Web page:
American Elephants


Remember This Man. by The Elephant's Child

007_coolidge

It is a great advantage to a president, and a major source of
safety to the country, for him to know he is not a great man.”

Do you recognize this man? This is Calvin Coolidge. He inherited the position of chief executive when scandal-plagued President Warren Harding died in office in August, 1923.  He was elected in his own right in 1924.  Amity Schlaes’ new biography, titled simply Coolidge, highlights some of the achievements the nation enjoyed during Coolidge’s time in the White House.

Under Coolidge, the top income tax rate came down by half, to 25 percent. Under Coolidge, the federal budget was always in surplus. Under Coolidge, unemployment was 5 percent or even 3 percent. Under Coolidge, Americans wired their homes for electricity and bought their first cars or household appliances on credit. Under Coolidge, the economy grew strongly, even as the federal government shrank.

Under Coolidge, the rates of patent applications and patents granted increased dramatically. Under Coolidge, there came no federal antilynching law, but lynchings themselves became less frequent and Ku Klux Klan membership dropped by millions. Under Coolidge, a man from a town without a railroad station, America moved from the road into the air.

After he won a full term, Coolidge pressed Congress for tax cuts. The top income tax rate was reduced from the wartime 70 to 25%. The economy burst into robust economic growth. Now we call it “the Roaring Twenties.” That helped Coolidge achieve budget surpluses every year — surpluses that he used to pay down the national debt.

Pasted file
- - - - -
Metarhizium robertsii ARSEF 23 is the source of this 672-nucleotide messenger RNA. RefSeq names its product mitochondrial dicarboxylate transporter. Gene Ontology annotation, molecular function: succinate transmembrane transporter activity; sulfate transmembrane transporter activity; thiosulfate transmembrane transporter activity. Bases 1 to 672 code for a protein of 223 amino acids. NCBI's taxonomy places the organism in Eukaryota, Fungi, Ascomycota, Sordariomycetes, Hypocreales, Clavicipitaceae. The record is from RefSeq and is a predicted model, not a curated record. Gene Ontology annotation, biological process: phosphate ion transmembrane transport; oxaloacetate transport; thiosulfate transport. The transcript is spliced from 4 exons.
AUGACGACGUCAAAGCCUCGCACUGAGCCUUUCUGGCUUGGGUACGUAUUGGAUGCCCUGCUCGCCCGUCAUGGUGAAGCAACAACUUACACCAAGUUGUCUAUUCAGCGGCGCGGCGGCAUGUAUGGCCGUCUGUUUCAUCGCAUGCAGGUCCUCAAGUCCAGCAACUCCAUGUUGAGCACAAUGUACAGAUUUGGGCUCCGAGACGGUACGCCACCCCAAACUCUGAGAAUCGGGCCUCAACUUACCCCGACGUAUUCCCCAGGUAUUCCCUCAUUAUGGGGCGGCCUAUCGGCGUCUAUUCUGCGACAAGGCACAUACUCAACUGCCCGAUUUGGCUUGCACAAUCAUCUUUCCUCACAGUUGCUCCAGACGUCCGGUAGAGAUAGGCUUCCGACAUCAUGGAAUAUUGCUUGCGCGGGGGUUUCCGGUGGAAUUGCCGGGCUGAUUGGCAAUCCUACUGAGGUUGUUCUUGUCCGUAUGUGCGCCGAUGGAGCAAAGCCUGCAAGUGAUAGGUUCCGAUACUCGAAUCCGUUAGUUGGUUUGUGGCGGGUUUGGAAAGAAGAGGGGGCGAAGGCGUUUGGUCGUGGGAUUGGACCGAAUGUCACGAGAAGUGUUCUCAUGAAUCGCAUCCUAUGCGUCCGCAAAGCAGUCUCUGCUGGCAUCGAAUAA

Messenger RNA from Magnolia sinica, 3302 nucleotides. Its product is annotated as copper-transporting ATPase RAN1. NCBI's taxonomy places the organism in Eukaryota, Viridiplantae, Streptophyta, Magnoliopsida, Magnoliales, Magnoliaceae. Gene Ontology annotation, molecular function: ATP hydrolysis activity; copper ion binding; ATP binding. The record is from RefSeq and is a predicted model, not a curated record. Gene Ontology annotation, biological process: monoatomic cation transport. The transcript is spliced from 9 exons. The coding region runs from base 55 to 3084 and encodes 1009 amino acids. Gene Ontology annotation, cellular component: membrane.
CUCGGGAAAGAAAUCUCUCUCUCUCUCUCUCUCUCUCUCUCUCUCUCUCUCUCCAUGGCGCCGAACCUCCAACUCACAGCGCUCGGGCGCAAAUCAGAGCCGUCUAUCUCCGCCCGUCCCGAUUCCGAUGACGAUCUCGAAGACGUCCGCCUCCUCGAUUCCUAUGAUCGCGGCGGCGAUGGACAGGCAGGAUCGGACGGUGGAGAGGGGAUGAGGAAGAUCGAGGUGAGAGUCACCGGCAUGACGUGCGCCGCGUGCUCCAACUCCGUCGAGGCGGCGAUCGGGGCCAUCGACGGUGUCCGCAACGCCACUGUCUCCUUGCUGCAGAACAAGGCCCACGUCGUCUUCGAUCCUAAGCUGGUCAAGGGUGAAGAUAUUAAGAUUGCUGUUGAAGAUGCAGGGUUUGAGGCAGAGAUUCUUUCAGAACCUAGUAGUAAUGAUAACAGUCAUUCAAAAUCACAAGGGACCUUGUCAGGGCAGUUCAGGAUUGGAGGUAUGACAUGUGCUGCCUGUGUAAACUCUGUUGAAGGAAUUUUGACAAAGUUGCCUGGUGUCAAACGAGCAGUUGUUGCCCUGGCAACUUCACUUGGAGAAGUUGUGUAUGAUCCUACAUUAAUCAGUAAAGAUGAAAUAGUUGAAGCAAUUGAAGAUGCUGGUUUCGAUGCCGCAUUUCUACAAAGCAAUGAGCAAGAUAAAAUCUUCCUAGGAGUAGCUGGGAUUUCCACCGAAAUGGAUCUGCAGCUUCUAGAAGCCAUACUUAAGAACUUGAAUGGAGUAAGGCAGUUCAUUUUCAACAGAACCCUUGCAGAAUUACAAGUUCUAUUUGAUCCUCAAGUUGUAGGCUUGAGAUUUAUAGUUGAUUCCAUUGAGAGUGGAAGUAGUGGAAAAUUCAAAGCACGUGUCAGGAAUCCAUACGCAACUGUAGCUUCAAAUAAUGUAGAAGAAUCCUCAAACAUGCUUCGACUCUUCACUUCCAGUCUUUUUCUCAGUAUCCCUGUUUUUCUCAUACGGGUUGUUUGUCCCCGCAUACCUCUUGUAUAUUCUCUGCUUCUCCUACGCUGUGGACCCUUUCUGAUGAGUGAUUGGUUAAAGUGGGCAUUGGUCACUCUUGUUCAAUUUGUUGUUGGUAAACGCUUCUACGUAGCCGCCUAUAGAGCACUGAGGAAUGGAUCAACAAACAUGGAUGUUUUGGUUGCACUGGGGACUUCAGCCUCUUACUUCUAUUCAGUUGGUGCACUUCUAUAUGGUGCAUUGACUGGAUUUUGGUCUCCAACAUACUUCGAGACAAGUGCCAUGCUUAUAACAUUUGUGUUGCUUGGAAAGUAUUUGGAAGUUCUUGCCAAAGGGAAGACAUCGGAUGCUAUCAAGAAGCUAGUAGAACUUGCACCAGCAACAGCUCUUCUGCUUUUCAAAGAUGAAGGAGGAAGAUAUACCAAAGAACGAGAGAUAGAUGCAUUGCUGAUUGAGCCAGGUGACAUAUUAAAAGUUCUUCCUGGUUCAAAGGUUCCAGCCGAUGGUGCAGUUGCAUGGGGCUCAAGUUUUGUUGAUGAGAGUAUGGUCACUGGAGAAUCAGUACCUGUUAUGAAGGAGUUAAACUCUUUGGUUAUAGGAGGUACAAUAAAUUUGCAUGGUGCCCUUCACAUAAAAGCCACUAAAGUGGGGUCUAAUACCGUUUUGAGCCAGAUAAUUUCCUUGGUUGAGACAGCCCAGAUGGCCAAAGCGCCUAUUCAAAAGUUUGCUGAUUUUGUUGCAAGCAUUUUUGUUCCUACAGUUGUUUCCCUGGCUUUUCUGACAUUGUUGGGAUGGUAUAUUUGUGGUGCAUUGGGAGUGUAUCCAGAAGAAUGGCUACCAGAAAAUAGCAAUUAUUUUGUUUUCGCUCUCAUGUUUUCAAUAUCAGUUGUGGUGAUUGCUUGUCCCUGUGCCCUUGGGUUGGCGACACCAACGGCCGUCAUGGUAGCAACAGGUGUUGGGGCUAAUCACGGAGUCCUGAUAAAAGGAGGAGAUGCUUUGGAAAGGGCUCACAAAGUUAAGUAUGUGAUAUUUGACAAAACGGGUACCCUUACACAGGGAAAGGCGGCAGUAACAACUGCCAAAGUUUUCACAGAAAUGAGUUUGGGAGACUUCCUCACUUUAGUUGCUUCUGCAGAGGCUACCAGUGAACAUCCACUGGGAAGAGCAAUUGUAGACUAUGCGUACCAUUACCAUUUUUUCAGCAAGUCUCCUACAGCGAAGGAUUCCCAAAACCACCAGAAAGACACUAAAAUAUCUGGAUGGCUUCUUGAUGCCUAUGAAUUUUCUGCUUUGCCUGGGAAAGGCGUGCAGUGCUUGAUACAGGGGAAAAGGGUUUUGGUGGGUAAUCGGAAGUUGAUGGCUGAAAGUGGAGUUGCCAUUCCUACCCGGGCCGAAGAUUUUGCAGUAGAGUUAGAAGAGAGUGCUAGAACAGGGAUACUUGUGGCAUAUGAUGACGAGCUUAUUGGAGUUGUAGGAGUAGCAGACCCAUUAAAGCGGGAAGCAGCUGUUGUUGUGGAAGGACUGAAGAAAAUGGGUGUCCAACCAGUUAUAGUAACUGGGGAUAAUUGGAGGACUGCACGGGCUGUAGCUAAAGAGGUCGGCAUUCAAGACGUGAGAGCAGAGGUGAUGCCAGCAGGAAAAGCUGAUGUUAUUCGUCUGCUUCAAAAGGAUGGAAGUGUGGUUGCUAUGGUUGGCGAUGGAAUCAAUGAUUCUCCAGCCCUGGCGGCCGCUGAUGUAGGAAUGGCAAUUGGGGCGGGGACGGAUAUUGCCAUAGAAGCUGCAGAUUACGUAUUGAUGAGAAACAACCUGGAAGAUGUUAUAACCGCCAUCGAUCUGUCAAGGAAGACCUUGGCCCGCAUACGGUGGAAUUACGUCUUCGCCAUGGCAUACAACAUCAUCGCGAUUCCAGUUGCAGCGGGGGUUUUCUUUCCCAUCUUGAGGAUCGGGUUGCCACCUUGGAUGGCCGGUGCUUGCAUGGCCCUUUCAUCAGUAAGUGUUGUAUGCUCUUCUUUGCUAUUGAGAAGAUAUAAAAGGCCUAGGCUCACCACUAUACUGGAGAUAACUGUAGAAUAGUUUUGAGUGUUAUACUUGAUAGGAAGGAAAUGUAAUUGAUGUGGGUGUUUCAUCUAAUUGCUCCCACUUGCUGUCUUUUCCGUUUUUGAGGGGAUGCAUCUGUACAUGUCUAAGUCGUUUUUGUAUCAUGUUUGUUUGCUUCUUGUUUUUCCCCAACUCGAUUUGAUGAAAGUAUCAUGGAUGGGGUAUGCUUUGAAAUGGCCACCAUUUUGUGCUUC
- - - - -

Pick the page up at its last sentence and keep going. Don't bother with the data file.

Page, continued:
He also said:
“Don’t expect to build up the weak by pulling down the strong.”

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Two of my favorite stories:
One is of a woman seated next to President Coolidge at a dinner party who turned to Coolidge and said, “You must talk to me, Mr. President. I made a bet today that I could get more than two words out of you.” Coolidge looked at the woman and simply replied, “You lose.”

The second has to do with Dorothy Parker. After Coolidge passed away in January 1933, a reporter told Parker, who was writing for the New Yorker at the time, that President Coolidge was dead. Parker’s response? “How can they tell?”

In his autobiography, Coolidge noted, “The words of a President have an enormous weight and ought not to be used indiscriminately”, and often said, “If you don’t say anything, you won’t be called upon to repeat it.” A lesson, sadly, never learned by the current occupant of the White House.

Comment by Lon Mead




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